Red and White, but Mainly Blue: Flag Post, 2021

retired flag box in small cemetery
The flag’s not dead! … but it probably had a rough year like the rest of us. Retired flag box, St. Nicholas Cemetery, Reserve Twp.

“The guy who painted that died before he could finish her face.”

The speaker, an older gentleman, I didn’t get his name, is a member of the Veterans of Foreign Wars Post 556, in Vandergrift. That is a sidewalk bench in front of the post on 11th Street; her is the Statue of Liberty. The familiar figure is striking her iconic torch-raised-skyward pose and has been sketched-out and blocked-in with a background gray.

It’s nearly complete, but the little detail painting is indeed missing all features of Lady Liberty’s face, leaving her head in ghostly negative space. The folds of Liberty’s flowing robe also seem only half there and we can imagine the finished work detailed in a patriotic blue to contrast the backrest’s red and white stripes. But … we’ll never know if that was the artist’s original intent.

detail of wooden bench painted with red and white stripes, Statue of Liberty, and "USA"
“The guy who painted that died before he could finish the face.” Faceless Statue of Liberty flag bench (detail), Vandergrift

All American Transmission, inhabiting a cinderblock garage just off Millvale’s main drag, has been on our list for as long as we’ve been collecting stars and bars. The giant flapping American flag painted across the shop’s north-facing side wall is what this Independence Day series is all about–created by hand, patriotic, but maybe a little bit … off.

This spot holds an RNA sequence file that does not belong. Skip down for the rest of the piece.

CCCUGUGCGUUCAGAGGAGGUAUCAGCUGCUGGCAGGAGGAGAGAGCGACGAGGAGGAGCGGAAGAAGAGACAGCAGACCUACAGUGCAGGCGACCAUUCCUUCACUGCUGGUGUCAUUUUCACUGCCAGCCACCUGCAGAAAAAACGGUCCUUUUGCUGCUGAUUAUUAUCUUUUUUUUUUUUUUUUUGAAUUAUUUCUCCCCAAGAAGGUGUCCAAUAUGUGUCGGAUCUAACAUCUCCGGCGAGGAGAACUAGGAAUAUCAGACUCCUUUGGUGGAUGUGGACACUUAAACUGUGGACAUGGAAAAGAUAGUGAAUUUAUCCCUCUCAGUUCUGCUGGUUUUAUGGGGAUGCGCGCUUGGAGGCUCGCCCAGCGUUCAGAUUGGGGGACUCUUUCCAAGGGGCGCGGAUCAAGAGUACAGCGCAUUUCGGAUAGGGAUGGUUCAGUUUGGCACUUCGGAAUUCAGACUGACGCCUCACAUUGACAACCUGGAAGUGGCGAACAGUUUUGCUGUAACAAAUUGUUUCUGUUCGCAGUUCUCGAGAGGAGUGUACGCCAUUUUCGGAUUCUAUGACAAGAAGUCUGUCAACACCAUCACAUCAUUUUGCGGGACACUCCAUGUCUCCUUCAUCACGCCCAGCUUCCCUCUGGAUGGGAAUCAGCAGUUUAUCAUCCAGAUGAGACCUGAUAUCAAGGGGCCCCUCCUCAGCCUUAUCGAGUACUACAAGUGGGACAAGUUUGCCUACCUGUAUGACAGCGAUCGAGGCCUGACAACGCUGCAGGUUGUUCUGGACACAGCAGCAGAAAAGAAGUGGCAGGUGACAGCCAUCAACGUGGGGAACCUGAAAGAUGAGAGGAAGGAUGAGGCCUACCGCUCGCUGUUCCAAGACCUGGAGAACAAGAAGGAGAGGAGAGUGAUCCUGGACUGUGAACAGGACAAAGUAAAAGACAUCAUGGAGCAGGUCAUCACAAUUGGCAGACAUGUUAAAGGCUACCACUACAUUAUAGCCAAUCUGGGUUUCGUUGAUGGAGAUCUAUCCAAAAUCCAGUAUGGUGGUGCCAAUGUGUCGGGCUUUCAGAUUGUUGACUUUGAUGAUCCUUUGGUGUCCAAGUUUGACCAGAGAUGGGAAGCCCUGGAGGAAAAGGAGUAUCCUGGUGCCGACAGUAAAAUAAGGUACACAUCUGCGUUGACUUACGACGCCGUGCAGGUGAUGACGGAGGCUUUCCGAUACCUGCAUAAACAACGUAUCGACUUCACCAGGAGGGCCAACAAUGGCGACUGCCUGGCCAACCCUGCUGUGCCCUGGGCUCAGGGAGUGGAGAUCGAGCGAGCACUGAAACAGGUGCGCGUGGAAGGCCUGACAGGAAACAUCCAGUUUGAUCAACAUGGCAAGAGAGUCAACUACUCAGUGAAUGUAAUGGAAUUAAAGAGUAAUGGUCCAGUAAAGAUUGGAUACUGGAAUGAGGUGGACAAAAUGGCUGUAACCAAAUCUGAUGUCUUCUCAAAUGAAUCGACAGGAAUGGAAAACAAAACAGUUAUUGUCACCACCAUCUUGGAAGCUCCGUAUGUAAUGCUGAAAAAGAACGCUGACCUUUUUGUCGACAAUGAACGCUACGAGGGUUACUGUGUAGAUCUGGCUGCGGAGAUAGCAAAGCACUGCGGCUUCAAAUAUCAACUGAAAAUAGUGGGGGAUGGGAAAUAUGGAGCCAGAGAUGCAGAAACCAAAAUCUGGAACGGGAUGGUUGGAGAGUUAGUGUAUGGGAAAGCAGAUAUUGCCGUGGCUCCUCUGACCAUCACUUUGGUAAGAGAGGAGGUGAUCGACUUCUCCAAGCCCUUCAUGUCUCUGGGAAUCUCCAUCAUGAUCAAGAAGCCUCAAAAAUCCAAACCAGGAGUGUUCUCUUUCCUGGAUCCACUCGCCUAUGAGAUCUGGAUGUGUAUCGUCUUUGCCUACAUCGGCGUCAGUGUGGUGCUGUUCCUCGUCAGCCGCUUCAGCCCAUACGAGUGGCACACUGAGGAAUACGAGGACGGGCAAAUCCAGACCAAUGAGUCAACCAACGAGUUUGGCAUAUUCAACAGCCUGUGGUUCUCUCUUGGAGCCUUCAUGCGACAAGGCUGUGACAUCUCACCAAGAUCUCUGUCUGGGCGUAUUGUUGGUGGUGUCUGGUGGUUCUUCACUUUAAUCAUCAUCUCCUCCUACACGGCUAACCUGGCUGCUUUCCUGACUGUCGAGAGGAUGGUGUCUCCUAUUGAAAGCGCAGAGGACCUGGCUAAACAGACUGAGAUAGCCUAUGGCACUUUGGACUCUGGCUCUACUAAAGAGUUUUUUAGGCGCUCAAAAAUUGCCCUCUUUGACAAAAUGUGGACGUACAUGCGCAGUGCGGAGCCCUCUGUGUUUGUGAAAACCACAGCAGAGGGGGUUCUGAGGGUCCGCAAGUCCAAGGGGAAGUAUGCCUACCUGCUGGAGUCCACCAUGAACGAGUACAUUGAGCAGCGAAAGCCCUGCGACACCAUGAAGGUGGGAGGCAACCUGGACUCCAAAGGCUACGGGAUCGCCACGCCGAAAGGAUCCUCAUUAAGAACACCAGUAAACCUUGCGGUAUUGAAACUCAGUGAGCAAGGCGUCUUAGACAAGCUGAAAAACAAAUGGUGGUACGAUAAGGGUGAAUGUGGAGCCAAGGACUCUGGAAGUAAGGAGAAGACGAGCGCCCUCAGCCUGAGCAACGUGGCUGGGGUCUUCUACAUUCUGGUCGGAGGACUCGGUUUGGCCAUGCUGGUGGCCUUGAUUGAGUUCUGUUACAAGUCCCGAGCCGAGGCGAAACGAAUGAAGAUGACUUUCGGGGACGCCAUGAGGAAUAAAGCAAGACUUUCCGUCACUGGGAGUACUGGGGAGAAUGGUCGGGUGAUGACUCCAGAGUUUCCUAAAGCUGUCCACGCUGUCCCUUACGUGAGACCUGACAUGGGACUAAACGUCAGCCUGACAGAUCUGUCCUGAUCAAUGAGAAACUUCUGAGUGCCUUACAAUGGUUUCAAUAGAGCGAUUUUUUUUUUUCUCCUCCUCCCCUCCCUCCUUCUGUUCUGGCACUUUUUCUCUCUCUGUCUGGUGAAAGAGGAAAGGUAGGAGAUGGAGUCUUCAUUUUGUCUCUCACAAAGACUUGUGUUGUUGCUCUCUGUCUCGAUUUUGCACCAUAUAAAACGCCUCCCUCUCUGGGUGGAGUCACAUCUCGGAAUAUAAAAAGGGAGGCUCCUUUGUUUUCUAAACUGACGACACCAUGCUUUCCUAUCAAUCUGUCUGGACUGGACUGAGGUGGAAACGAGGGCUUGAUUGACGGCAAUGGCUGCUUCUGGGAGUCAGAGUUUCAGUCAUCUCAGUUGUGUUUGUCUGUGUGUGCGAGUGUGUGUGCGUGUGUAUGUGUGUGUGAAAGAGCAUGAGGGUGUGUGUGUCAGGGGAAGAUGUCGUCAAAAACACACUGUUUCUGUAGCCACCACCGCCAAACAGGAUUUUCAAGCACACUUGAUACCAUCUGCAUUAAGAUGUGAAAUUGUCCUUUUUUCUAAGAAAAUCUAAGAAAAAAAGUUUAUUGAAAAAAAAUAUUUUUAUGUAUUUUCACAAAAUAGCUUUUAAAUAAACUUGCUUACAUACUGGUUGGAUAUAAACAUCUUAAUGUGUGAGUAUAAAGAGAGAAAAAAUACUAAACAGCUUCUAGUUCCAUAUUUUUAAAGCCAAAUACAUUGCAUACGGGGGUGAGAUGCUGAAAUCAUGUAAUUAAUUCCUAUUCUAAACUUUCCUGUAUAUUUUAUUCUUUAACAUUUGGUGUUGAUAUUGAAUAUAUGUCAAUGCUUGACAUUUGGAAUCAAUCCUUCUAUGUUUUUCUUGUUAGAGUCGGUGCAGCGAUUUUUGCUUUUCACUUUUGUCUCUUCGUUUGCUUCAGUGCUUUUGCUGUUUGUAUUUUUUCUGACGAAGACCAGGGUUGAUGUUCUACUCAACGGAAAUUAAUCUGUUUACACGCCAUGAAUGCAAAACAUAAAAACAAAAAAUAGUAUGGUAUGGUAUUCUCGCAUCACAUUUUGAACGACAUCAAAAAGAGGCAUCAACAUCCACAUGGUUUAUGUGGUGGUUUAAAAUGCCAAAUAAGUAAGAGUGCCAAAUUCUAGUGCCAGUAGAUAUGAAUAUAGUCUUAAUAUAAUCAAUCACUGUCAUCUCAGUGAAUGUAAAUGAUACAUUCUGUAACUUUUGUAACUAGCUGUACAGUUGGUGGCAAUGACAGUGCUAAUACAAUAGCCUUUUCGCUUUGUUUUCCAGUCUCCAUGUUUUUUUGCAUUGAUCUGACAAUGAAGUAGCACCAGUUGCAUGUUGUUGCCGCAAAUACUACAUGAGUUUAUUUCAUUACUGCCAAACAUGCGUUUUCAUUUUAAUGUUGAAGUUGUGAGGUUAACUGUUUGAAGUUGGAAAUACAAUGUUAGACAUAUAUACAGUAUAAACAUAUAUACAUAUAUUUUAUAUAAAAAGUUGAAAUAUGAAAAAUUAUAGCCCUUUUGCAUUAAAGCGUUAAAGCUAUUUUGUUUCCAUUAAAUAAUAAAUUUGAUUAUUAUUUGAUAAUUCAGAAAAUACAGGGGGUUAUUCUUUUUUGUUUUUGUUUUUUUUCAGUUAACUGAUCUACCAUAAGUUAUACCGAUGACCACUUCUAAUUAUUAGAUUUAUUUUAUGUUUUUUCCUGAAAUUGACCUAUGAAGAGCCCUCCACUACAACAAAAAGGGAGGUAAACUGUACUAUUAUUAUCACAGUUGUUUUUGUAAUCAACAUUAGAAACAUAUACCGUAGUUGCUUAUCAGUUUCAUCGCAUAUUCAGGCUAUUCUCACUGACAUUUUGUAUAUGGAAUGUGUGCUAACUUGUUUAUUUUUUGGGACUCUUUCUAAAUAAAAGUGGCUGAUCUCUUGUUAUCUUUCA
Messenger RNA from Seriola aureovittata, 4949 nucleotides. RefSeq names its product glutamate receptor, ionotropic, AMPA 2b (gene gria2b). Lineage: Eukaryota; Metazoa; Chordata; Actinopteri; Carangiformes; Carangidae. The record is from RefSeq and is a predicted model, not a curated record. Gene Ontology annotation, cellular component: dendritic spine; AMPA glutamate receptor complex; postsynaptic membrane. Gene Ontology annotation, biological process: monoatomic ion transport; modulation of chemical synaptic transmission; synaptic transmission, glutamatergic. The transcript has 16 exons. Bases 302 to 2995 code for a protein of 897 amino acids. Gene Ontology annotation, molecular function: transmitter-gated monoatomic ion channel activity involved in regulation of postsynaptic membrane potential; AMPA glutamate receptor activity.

As many times as we tried, the big mural was never available for a proper photo shoot. Inevitably, either the surrounding chain link fence would be locked tight or vehicles were parked in the lot such that we could never get a clean angle on the wall.

After years of loitering on North Ave., we finally got the opportunity last fall and … the light was all wrong. Backlit and hazy under a half-cloudy sky, the effect was to throw a shadowy blue cast across the whole scene. Under The Orbit‘s typical hard-assed standards this photo would never make the cut–but this isn’t a typical year.

mural for All American Transmission Company with company name in giant waving American flag
Red and white and blue all over. All American Transmission Co. flag, Millvale

When we started to review this year’s collection of flags, though, Blue turns out to be something of both a visual and emotional theme. The set of American flags spotted on long, early morning “blue hour” mental health hikes and various walk- and ride-abouts taken over the last 12 months took the melancholy hue more often than not.

A row house in Polish Hill with pale blue aluminum siding covered in viny overgrowth with American flags as window curtain and mailbox ornament. Sunshine spotlighting Old Glory suspended from a makeshift carboard-covered windowpane against a blue-gray staircase. A fishing boat, its nose pointed skyward, decorated like an American flag (but missing the stars) photographed so early on an overcast morning the entire frame is in a still-dreaming blue pallor.

row house window overgrown with vines showing American flag used as a curtain inside
Flag curtain, Polish Hill
small window covered in cardboard with American flag sticking out
Cardboard window screen/stairway flag, Sharpsburg
small boat painted like the American flag
Flag boat, Reserve Twp.